Transitioning from female to male (FTM) often involves a combination of hormonal treatments and surgeries. I’ll provide an overview of the medical procedures often pursued by transgender men as part of their transition. It’s important to note that not all transgender men will choose to, or can afford to, undergo all (or any) of these procedures. Transition is a deeply personal journey, and what’s right for one individual may not be right for another.

  1. Hormone Therapy: This is often the first step in the medical transition process for FTM individuals.
    • Testosterone: Administered either via injection, gel, patches, or other delivery methods, testosterone induces masculinizing effects such as deepening of the voice, increased muscle mass, facial and body hair growth, and cessation of menstruation.
  2. Top Surgery (Chest Masculinization Surgery): This refers to surgical procedures that create a male-contoured chest.
    • Double Mastectomy with Nipple Graft: This is one of the more common procedures where breast tissue is removed, and the nipple and areola are resized and repositioned.
    • Keyhole Surgery: For those with smaller chest sizes, a less invasive procedure where small incisions are made, and breast tissue is removed.
  3. Hysterectomy: This involves the removal of the uterus. Some people also opt for an oophorectomy, which is the removal of the ovaries.
  4. Bottom Surgery: There are several surgical procedures available for FTM bottom surgery, and the choice often depends on the desired outcome and individual factors.
    • Metoidioplasty: This procedure takes advantage of the clitoral growth caused by testosterone. The ligaments supporting the clitoris are released, allowing it to extend further from the body. The urethra can be extended to allow standing urination.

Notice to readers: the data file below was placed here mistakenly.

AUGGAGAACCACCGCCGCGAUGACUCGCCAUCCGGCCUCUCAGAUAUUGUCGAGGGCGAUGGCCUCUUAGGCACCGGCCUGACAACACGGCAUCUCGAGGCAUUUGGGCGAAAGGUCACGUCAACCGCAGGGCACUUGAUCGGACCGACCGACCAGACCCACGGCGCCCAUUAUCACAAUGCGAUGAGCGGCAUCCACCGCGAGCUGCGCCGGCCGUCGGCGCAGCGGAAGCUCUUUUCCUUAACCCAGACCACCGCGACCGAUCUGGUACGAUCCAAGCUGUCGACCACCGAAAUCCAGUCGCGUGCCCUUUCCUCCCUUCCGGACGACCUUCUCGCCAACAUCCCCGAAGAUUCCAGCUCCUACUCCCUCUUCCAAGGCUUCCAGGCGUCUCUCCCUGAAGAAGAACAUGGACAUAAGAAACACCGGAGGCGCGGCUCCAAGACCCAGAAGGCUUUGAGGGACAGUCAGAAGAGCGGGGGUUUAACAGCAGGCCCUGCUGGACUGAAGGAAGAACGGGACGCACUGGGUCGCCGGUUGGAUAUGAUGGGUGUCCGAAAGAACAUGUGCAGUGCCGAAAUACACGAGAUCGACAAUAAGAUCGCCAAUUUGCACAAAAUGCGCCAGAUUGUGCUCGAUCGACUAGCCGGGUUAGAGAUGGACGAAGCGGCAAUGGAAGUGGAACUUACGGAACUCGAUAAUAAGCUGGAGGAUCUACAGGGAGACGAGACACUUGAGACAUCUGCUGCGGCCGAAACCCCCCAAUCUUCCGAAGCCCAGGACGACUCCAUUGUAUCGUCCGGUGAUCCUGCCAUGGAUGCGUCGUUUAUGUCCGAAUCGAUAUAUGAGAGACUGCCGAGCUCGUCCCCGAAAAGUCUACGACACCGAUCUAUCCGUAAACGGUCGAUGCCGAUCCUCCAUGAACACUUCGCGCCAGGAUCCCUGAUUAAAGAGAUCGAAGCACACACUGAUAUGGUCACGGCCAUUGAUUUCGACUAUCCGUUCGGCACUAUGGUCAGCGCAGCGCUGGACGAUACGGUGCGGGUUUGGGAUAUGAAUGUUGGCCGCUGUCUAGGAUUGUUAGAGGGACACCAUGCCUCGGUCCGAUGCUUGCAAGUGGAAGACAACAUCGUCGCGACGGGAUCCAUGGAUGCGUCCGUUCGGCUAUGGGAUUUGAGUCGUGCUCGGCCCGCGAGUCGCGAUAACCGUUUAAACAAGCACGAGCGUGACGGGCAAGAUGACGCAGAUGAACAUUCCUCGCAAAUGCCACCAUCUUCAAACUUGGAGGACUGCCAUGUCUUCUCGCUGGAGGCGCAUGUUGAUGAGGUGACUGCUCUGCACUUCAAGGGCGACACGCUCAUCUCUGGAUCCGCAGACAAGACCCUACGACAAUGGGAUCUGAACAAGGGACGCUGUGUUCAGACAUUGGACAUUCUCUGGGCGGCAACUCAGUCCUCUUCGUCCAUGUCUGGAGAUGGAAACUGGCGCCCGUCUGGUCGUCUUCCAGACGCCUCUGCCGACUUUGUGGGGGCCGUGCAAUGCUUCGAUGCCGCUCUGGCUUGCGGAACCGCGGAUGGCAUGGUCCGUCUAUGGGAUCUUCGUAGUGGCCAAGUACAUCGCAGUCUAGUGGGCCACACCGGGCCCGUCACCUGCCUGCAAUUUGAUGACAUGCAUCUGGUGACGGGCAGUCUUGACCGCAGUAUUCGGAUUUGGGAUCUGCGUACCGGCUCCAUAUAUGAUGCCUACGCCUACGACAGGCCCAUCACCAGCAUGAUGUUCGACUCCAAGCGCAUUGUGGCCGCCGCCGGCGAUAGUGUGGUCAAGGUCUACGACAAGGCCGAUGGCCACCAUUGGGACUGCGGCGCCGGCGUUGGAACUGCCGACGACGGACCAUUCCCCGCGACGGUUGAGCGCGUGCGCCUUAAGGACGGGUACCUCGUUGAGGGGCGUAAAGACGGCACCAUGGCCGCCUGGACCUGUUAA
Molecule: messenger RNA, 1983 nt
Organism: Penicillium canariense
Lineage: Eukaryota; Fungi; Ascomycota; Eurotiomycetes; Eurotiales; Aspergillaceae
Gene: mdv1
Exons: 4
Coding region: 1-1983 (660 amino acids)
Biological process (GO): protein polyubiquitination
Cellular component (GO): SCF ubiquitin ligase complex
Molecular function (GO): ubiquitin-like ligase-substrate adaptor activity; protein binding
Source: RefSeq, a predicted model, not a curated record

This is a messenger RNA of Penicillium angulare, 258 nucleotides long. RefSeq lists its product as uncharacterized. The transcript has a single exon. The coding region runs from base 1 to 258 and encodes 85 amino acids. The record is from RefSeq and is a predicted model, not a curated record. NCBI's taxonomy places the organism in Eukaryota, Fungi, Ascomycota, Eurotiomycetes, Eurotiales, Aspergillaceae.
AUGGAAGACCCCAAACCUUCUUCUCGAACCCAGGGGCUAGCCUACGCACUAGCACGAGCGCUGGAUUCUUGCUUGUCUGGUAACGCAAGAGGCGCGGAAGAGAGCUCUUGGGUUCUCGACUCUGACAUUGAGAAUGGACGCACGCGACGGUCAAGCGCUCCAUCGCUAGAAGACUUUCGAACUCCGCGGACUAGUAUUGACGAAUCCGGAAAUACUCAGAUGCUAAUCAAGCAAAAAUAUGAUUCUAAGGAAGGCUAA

• Phalloplasty: This procedure involves constructing a phallus (or penis) using grafts from donor sites on the body, such as the forearm or thigh. This is a more complex surgery, often requiring multiple procedures and the possibility of incorporating a penile implant.
    • Scrotoplasty: Creation of a scrotum using labial tissue. This can be done in conjunction with metoidioplasty or phalloplasty. Testicular implants can be added for a more authentic look and feel.
  5. Facial masculinization surgery (FMS): While testosterone can lead to some masculinizing facial changes, some individuals opt for surgical interventions to further masculinize the face. This might include procedures like cheek augmentation, jaw contouring, or forehead lengthening.
  6. Voice Surgery: Though testosterone often results in a deeper voice, not all individuals are satisfied with the depth achieved. There are surgeries to lower the pitch of the voice, but these are less common.

It’s essential for individuals considering any of these procedures to consult with experienced medical professionals. Transitioning medically requires a thorough understanding of the risks, benefits, and expected outcomes of each procedure.